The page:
For a hotel chain, PPC is one of the best channels for driving direct customer acquisition. This means that having the right strategy is key to success in reducing your reliance on online travel agencies (OTAs).
This article will cover four areas that marketers at hotel chains can focus on to drive more direct bookings and reduce reliance on OTAs.
The first area that this article will cover is the purchasing journey that a user will take for making a hotel booking, and how an understanding of this purchasing journey can help you align your offer to the different stages of the buying cycle.
It will then cover 8 advanced PPC tactics that you can directly implement into your Google Ads account to provide quick wins.
The third area that this article will cover is how hotels can embrace PPC automation to drive direct sales; through advanced strategies such as buying media based on hotel occupancy, and triggering ads for hotels near airports where there are long flight delays.
Finally, it will look at two tactics that you can implement around brand protection, such as ensuring that OTAs are not stealing your brand traffic and selling it back to you at a higher rate, and using remarketing to reach people at each stage of the buying cycle.
A. Understanding the different stages of a hotel booking
There are 4 main stages of a hotel sales cycle:
1) Research & Recognition
Potential customers learn about your brand during their research. The more prominent your brand’s positioning on relevant search engines, the better. Research is sometimes further segmented into the specific stages of research, such as vacation ideas, locations, facilities, etc.
For example, a research cycle could start with the keyword “holidays in London” being typed into a search engine, followed by “hotels near Buckingham Palace”, “hotels with a pool near Buckingham Palace”, “The Hyatt Regency”, “Hyatt Regency Buckingham Palace reviews”, and so on.
Understanding the process that your customers use to research will help you to identify paid media opportunities and increase conversion rates.
2) Comparison of your hotel to others
Your customers are comparing your business to your competitors, based on your ability to satisfy criteria such as their demands on price, service, reviews, location, convenience, facilities, room quality, fun-factor, food and beverage options, and many more.
The next stage of the process is ‘booking’ – the point of transaction, where you must convince the customer that you can offer the best price, the highest convenience, the correct availability, the best perceived value, and best overall deal for them at the time of their booking.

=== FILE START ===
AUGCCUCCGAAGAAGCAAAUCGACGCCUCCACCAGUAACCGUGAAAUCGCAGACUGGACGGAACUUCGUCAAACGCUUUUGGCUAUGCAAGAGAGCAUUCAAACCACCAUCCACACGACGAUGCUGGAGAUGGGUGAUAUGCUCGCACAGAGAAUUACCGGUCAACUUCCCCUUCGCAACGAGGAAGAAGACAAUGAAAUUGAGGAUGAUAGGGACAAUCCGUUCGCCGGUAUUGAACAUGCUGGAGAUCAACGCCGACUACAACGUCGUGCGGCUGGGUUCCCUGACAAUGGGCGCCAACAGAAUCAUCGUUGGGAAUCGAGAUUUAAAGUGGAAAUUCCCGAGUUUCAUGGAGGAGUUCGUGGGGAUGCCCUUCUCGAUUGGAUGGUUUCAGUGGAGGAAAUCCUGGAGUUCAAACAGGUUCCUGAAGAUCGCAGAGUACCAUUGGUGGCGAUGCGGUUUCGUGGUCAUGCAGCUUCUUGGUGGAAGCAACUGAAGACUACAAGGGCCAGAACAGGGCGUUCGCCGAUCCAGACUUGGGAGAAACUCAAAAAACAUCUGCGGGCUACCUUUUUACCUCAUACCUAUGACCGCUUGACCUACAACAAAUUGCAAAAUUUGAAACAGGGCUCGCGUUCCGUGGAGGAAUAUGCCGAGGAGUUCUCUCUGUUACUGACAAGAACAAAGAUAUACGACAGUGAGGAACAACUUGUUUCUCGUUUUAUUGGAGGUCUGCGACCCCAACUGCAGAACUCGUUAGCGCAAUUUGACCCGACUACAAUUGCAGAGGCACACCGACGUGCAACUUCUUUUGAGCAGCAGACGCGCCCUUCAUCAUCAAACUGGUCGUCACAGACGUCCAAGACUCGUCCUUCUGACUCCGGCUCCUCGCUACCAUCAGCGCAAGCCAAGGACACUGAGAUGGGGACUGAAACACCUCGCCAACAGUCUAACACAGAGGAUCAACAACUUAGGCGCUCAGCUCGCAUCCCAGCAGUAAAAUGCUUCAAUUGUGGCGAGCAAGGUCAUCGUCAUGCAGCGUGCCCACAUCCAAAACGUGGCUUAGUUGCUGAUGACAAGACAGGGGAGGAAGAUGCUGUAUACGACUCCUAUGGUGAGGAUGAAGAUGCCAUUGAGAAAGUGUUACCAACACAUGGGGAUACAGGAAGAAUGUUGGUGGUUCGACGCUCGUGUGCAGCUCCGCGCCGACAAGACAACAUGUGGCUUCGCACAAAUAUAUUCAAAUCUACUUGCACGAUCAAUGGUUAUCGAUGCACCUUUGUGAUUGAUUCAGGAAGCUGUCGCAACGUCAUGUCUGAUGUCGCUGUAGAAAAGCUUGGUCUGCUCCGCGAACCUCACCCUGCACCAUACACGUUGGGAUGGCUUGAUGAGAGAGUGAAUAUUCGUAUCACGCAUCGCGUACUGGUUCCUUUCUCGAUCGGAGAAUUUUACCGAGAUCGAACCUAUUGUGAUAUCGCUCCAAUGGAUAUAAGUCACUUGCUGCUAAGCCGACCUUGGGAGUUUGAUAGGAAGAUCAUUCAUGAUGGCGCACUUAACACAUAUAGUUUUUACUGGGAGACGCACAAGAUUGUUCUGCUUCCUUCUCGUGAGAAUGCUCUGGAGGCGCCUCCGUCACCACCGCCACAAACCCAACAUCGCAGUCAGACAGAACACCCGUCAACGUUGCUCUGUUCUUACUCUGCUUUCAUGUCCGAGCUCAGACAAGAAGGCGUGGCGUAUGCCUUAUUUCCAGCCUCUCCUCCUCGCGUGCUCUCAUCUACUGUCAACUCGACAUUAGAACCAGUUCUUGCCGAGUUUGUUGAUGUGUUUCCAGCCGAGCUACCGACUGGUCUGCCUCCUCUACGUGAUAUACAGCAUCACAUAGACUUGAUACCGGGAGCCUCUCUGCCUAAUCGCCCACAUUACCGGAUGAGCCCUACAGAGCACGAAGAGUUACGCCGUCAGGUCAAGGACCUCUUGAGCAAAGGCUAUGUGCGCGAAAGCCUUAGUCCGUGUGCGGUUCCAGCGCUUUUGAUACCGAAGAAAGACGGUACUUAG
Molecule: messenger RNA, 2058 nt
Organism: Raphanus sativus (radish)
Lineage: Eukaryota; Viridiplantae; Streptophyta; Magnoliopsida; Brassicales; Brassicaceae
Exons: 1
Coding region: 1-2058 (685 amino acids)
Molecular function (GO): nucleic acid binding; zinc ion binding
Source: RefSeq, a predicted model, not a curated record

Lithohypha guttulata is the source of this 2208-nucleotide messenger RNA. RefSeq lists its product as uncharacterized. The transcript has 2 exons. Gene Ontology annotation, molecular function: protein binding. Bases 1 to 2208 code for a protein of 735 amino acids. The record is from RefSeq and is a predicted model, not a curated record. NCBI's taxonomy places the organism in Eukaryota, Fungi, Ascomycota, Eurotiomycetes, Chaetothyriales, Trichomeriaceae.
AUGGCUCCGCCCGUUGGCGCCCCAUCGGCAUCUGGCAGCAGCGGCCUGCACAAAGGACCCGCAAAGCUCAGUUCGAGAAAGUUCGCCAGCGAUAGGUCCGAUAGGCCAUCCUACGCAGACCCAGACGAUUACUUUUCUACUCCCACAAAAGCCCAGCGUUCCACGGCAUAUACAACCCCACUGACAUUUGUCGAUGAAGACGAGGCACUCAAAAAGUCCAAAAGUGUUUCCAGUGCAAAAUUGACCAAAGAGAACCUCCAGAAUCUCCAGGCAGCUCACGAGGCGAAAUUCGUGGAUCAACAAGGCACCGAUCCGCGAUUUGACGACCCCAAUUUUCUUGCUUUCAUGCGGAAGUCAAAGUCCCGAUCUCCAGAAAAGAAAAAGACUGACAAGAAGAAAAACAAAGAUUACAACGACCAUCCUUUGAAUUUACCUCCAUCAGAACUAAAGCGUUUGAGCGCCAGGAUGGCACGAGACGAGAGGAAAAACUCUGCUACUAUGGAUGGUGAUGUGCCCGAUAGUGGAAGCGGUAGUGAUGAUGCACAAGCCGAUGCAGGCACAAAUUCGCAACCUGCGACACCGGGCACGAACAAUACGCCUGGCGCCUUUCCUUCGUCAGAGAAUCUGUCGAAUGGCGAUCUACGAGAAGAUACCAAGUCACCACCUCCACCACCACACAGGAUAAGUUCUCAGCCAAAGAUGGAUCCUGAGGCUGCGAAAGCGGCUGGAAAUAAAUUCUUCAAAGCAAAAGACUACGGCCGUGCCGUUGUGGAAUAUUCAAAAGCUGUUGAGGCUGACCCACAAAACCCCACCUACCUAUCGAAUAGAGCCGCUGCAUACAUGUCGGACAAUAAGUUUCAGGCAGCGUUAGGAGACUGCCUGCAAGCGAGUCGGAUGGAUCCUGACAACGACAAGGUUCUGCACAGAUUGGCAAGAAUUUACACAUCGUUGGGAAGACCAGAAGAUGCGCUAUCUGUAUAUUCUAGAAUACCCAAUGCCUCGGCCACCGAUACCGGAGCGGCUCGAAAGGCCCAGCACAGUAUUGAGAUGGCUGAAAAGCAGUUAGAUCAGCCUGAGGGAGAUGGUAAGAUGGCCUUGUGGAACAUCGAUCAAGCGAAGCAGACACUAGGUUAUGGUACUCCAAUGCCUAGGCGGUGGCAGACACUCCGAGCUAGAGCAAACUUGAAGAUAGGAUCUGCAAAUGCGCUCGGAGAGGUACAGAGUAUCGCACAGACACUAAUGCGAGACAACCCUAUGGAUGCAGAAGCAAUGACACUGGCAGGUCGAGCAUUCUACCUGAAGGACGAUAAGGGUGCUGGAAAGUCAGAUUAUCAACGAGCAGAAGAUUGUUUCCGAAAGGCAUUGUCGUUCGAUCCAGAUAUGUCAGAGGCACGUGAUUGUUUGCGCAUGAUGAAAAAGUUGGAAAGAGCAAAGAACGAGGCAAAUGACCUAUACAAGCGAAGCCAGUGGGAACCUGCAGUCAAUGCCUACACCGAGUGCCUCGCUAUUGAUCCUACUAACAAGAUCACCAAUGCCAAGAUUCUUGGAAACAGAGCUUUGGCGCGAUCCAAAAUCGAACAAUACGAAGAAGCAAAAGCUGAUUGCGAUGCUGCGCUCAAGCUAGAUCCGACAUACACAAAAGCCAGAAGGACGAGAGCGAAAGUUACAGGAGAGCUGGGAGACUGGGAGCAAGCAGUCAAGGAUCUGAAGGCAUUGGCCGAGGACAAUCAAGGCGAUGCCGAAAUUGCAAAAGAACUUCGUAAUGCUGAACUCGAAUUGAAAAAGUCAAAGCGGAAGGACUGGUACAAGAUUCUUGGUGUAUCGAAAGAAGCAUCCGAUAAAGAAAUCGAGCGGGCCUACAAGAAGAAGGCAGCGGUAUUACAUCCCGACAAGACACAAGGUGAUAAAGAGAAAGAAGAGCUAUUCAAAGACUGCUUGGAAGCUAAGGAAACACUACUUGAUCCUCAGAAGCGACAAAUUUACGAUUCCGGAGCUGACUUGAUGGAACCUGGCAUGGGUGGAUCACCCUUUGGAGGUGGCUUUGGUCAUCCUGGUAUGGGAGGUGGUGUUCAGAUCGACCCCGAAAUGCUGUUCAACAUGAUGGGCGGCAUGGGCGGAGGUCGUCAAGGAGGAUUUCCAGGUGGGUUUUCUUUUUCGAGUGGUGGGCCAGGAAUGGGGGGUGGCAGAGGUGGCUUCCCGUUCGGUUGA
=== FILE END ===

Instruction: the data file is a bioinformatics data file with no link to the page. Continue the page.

4) Post-booking – how you communicate and build your relationship with the customer from this point forward to maximise your customer’s lifetime value
Having a coherent understanding of your perfect customer’s journey, from research to booking, means that you can effectively target them and communicate the right message at the right time.
The different stages of the buying cycle require different paid media strategies to effectively reach and positively influence the customer’s purchase decision.
For potential customers in the early stages of research, you’ll need to start by increasing their awareness of your brand, and the benefits that your brand offers when compared to your competitors. First impressions count.
Paid search (appearing in Google search results when users search for hotels in your area, for example) and display advertising (banner ads on websites relevant to hotels and travel) work effectively to create demand and interest in your offering when the customer is researching.
In the ‘comparison and booking’ stage, remarketing and brand protection campaigns work effectively.
Remarketing allows you to keep your brand top-of-mind by displaying ads to users who have recently visited your website.
Brand protection ads ensure that, when these users next search for your brand with the intention of making a booking, you appear in the number 1 spot. This means you won’t be losing out to your competitors, or to the OTAs that will be advertising for searches on the back of your brand’s name.
Another area to consider within the ‘comparison and booking’ stage is your brand’s presence on review websites and price comparison website. You’ll want to have a direct presence on these sites, which can be achieved through paid media options (which are available on almost all of the major review & price comparison websites).
Although ad performance on these type of sites can vary, remarketing and email remarketing are the most effective way to target users in the final stage (after they’ve made a purchase). These allow you to display ads to previous customers as they browse online. They also allow you to serve ads online to customers who are on your email lists, which will complement your email marketing efforts.